A part of me worries about their rabid TV consumption and the habits they might be forming by sitting screen-side for 30 to 60 minutes a night. A small part of me. The fact is, watching the Olympics inspires them, too. They buzz with plans: They want to learn to play hockey and learn to carve racing turns in the snow; they want ski poles and a snowboard. They want to jump. I can almost see their spongey little brains absorbing the life lessons of competitive athletics, playing out nightly on tape-delay from Russia: Fall and get up. Make a mistake, and keep trying. Stay focused, keep your composure. Stick with your sisters. Keep going, keep trying. 

Yet for all of the heartening displays of sportsmanship coming out of Sochi, I still have mixed feelings about competitive sports, both for my daughters and myself. I hope they become competent, confident, well-rounded outdoor athletes. I want them to love the outdoors as I do, and feel the pleasure that comes from moving their bodies in nature. But they’re far too young to start specializing, as more and more young children are urged to do these days. My Facebook feed is deluged by updates from friends whose kindergarteners have a busier race schedule than most adults: mountain biking, cross-country skiing, BMX. It’s hard not to get a complex from the steady stream of slalom results trickling in from the junior circuit in Vermont or Colorado.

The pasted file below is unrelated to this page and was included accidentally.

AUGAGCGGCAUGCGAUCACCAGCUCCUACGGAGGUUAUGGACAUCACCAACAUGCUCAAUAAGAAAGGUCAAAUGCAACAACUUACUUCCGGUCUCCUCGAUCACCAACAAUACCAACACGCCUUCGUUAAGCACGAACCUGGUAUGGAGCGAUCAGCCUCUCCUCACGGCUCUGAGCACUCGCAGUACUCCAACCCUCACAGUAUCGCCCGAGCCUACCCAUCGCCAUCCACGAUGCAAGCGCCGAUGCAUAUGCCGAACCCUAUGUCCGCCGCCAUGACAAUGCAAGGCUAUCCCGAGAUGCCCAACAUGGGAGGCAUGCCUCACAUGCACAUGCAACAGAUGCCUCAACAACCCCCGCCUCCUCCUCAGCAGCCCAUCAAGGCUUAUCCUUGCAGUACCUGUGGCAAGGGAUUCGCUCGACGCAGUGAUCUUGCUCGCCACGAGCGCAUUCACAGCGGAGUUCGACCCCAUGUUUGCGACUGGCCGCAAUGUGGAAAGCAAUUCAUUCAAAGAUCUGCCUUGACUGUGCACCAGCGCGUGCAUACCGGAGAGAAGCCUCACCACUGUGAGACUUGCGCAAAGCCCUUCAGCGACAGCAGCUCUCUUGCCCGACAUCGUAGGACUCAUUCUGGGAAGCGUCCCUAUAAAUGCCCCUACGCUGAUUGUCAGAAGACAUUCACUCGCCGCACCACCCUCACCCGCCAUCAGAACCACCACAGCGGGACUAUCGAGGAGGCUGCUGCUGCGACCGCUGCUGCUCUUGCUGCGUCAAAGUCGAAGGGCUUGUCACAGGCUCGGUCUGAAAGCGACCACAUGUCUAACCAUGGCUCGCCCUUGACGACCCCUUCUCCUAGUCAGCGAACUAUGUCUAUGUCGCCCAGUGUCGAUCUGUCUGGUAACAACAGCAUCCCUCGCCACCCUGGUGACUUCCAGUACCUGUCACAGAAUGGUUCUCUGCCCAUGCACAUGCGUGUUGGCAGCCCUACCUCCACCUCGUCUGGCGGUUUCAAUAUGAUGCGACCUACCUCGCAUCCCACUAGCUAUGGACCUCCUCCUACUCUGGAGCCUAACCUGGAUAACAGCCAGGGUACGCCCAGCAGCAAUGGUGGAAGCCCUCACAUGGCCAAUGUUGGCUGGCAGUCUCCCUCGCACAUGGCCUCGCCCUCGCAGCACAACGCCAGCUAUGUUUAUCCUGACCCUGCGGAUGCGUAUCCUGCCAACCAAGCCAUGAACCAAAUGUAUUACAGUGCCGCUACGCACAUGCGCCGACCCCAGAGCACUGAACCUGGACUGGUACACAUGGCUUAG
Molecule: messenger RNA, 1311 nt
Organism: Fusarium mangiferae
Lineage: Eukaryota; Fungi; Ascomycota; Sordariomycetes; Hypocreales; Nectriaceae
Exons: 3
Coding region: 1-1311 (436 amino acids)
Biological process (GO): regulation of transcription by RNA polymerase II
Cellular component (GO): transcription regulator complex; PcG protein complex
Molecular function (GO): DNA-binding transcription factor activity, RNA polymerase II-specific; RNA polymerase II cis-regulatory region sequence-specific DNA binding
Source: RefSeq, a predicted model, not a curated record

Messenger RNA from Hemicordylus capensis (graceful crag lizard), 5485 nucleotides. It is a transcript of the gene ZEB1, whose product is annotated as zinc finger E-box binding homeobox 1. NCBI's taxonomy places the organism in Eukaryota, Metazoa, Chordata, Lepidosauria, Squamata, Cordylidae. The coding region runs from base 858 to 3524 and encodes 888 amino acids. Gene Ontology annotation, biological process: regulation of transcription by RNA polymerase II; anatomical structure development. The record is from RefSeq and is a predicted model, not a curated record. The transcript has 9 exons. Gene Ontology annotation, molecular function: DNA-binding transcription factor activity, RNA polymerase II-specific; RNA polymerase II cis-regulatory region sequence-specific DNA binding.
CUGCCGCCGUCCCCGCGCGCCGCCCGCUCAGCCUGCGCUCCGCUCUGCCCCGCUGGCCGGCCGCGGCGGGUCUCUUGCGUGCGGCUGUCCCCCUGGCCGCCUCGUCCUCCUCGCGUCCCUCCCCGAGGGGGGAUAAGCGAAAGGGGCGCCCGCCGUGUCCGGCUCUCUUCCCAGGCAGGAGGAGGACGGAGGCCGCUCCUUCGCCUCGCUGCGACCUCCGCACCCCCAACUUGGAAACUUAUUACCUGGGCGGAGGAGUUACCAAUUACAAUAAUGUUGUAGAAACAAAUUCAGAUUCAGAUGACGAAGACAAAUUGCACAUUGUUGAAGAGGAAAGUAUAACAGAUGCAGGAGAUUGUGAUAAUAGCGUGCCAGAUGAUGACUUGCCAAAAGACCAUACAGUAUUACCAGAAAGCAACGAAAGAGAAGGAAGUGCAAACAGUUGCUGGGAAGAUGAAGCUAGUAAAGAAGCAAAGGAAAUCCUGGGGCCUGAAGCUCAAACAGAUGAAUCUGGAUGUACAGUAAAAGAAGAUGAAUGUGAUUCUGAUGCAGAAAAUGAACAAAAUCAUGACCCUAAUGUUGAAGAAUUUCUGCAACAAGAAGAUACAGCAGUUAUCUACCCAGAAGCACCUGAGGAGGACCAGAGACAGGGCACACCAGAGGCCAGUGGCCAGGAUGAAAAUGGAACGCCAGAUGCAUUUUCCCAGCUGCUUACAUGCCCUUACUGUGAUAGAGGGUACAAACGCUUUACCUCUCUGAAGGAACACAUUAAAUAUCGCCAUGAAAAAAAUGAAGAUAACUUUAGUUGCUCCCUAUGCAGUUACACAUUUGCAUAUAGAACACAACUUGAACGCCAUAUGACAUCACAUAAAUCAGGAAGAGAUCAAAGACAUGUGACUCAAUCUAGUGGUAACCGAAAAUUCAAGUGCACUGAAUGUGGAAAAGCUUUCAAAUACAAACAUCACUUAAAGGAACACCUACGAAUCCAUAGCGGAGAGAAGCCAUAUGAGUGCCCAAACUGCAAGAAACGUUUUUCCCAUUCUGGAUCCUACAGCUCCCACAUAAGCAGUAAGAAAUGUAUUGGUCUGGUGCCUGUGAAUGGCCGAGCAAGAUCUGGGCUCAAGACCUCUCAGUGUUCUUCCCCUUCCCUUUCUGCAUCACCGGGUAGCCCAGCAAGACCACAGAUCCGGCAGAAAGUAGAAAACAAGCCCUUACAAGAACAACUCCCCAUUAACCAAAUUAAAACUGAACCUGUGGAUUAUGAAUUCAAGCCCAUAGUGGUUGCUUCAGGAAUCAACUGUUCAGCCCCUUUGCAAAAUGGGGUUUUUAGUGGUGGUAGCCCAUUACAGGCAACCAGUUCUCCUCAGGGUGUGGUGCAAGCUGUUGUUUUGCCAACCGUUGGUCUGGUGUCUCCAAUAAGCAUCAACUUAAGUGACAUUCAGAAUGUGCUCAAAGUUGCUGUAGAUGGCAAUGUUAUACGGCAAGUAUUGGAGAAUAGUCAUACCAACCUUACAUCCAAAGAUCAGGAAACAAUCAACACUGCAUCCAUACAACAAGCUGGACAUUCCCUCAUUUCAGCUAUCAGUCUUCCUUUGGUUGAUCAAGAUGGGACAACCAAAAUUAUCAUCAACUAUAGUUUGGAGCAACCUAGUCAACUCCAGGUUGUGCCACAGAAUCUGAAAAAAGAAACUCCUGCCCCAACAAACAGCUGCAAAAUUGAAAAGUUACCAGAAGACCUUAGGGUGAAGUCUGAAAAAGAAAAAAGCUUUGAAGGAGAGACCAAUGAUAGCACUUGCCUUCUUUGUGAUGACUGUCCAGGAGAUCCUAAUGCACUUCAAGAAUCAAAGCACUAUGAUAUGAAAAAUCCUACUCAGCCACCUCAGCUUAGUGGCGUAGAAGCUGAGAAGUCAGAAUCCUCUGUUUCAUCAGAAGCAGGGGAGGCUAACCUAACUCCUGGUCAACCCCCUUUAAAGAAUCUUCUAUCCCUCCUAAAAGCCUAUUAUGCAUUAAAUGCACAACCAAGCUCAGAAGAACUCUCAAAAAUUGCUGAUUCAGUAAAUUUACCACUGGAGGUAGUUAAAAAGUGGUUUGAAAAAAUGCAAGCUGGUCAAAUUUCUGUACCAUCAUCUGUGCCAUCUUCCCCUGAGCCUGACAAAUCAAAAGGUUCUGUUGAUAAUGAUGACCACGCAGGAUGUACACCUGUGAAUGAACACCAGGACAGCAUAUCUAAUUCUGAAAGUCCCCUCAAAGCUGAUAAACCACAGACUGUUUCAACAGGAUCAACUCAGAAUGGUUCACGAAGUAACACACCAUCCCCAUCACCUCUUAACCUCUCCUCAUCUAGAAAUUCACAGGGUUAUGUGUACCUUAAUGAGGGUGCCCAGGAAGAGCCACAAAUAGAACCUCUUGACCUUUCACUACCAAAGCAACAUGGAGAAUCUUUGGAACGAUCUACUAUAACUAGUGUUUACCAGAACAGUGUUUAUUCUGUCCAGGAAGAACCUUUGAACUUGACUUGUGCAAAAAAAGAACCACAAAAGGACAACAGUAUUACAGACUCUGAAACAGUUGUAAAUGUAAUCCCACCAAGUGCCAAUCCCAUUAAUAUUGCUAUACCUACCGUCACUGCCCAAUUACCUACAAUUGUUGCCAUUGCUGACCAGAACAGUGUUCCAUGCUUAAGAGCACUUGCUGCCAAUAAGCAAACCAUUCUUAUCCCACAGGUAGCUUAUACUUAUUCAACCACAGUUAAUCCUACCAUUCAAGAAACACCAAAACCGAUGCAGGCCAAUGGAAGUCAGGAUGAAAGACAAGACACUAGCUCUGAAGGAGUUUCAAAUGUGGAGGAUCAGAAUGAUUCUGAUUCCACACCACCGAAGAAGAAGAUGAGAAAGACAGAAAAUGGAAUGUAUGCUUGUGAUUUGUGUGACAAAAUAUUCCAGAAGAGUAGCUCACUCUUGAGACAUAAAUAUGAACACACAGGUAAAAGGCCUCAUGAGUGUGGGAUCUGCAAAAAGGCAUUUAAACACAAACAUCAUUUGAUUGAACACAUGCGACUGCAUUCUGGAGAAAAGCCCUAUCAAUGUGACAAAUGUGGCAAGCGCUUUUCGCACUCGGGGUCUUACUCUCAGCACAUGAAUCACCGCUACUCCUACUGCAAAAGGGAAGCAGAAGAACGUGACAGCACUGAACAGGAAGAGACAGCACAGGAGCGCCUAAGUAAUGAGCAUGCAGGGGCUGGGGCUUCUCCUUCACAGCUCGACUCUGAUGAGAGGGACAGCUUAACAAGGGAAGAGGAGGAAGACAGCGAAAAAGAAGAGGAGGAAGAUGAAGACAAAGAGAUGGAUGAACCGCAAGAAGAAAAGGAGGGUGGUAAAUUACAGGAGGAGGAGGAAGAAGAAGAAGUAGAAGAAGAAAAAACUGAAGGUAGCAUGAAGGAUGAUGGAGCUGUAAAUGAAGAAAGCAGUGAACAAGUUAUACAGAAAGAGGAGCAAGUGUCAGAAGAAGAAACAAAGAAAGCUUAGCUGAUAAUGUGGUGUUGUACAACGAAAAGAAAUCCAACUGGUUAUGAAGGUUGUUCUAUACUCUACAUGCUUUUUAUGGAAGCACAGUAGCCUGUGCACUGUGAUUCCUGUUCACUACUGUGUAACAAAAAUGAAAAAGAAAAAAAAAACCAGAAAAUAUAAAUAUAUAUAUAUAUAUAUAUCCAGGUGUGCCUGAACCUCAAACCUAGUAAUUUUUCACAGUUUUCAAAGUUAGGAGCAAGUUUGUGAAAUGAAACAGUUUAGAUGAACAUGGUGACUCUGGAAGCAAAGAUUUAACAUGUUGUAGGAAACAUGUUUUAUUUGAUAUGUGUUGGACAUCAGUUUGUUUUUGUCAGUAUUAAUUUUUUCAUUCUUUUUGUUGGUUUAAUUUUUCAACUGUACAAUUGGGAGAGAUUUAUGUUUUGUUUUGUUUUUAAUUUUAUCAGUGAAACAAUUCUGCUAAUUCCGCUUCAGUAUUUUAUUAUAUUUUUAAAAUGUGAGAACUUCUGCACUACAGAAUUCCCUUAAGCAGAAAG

Study after study shows that children are happier, healthier, and more successful in school and life when they’re active, but competition at a young age comes at a cost: weekends spent on the soccer circuit, driving around the state to swim meets. The Welsch sisters, a pair of young running phenoms from Texas, travel to triathlons and trail races at least once, if not twice, a week. My older daughter is only in kindergarten, but already we’re trying to juggle homework and after-school activities. Time crunch aside, the greater risk is that children become so preoccupied with winning that they lose sight of the larger joy of why we move and play in the first place: to feel strong and free and alive in our bodies.